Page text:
A favourite was to switch rules systems and scenarios. One of the oddest was placing a D&D parry into a Paranoia scenario.
The reverse was fun. When a party of Blue and Green adventurers try to pull rank on a Red Dragon...
This happened last night. I am on one end of the rope, but not the one on the ship.
I was one failed Death Save away from making a new character.
If I was your DM, you'd have had a fighting chance to chop your way out.
I would love to hear those stories.
I've never played Paranoia, but am somewhat familiar with the game. I believe longevity is not a factor in it.
Speaking of LARPers, that reminds me to include my experiences with something along those lines next chance I get.
I was at 18 HP when he caught me. In a Kraken 5e, you take 45 damage a round while in his belly from Acid. You are also blinded, so disadvantage on attack rolls. If I was the Goliath Barbarian I would see it, I'm the skinny wood elf ranger. I go pew pew and you can't pew pew in the belly of a kraken. Thankfully the barbarian jumped onto the exposed face of the kraken and started wailing on the dude. A crit later he was able to deal the last of the dmg needed to kill it. So saved at the last possible moment.
Made for a great session.
While I was at university a TV crew filmed our session for a late night documentary series on national TV. The presenter was a stunning and very fun young woman who ended up hanging with us for the day, and coming out drinking in central London in the night.
That was a lot of fun.
We had one session videotaped, back around 1988. It was not done because we were so witty or super-awesome, it was because the guy hosting the session had never before had so many people over in his life, so it was a monumental occasion. The adventure in question was in fact the rotten ice-witch adventure run by the pompous DM I referred to as T.P. in post#55. It was a time not worth preserving; I'm sure that tape doesn't exist anymore. (But I should ask to make sure; I still talk to the guy who's house it was held at every once in a while.)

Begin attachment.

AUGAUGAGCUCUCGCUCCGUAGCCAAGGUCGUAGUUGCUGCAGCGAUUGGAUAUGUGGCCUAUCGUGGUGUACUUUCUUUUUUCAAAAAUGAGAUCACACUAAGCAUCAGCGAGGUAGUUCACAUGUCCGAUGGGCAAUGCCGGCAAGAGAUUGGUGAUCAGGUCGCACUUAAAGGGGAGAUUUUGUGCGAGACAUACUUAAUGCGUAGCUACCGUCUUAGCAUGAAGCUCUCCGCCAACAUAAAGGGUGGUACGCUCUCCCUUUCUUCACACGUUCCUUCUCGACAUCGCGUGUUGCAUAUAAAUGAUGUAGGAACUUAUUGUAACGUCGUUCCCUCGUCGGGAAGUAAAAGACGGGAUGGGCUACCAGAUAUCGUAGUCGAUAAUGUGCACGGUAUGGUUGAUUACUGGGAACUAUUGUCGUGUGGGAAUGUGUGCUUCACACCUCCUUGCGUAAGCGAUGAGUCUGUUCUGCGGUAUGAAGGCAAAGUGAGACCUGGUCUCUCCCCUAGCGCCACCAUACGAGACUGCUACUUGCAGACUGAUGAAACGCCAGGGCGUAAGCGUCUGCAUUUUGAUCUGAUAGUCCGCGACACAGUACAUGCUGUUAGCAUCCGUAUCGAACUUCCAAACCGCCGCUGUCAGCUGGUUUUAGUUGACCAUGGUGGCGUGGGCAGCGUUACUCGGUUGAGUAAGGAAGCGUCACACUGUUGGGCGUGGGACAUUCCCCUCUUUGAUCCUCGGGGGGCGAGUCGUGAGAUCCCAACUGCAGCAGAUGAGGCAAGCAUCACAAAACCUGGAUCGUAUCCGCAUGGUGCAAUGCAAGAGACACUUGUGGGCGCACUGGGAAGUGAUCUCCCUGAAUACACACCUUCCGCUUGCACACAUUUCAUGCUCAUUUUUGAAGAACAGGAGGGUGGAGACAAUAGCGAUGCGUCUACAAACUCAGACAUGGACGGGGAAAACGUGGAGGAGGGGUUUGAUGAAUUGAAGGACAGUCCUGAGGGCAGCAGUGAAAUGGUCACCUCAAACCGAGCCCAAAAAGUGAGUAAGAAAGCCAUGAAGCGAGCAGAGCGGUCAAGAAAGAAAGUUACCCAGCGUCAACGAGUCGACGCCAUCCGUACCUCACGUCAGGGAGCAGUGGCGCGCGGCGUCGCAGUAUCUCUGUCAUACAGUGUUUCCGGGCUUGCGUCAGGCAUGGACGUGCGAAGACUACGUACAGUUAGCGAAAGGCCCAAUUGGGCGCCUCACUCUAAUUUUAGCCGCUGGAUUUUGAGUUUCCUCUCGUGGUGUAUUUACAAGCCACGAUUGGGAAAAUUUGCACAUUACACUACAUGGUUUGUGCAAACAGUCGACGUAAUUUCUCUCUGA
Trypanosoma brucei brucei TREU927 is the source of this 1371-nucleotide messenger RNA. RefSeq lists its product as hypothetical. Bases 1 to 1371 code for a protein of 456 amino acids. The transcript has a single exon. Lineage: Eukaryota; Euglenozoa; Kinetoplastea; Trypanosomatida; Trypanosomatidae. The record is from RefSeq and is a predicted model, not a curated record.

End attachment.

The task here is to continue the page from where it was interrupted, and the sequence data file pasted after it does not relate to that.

Oh, and I found this:
(But Flavortown doesn't sound like that bad of a place, really.)
But that's the fun of playing Paranoia, it allows you to let go of the burden of staying alive.
Just be silly, insane and skewed
Makes for great role playing, because you're living the most twisted scenarios, NPCs and even yourself and fellow players.
I still have the box.
I wonder if I can get a group together for it.
Seems appropriate considering the current madness IRL.
Still one of my favourite games.
It's just off the wall crazy.
That said, we had one time that we played it dark, like a totally straight cyberpunk dystopia.
It was a truly intense slasher horror psychodrama
This is a great series that I have enjoyed a lot.
I'm going to have to catch up on the previous episodes; thanks for posting.
I still like being able to be skewed without worrying about being skewered.
One issue with previous campaigns was that you couldn't really do crazy things without the DM disapproving and penalizing you arbitrarily.
Player: I won initiative? Good, my sword's already drawn and I'm ready. I let out my war cry and-
DM: Okay, that's your attack. They charge and hack you to pieces.
(not making that up, our rapey DM was fond of that one)
Player: I collect dirt samples as souvenirs from strange lands I've visited. I scoop up some soil here.
DM: Save vs. poison at -4 or die on the spot.
These are rather mundane; God help you if you tried to tap-dance or break into song in these adventures.
Speaking of crazy stuff though, I'm going to go into "shticks", or things your characters did on a regular basis for comedic purposes. (These were encouraged by later DMs and myself)
One of my latest characters was named Limekiller (yes, that's a Bloom County reference) and he had one thing he always did in combat: Every evil character that entered the next plane of existence went out hearing these final words...
Separate names with a comma.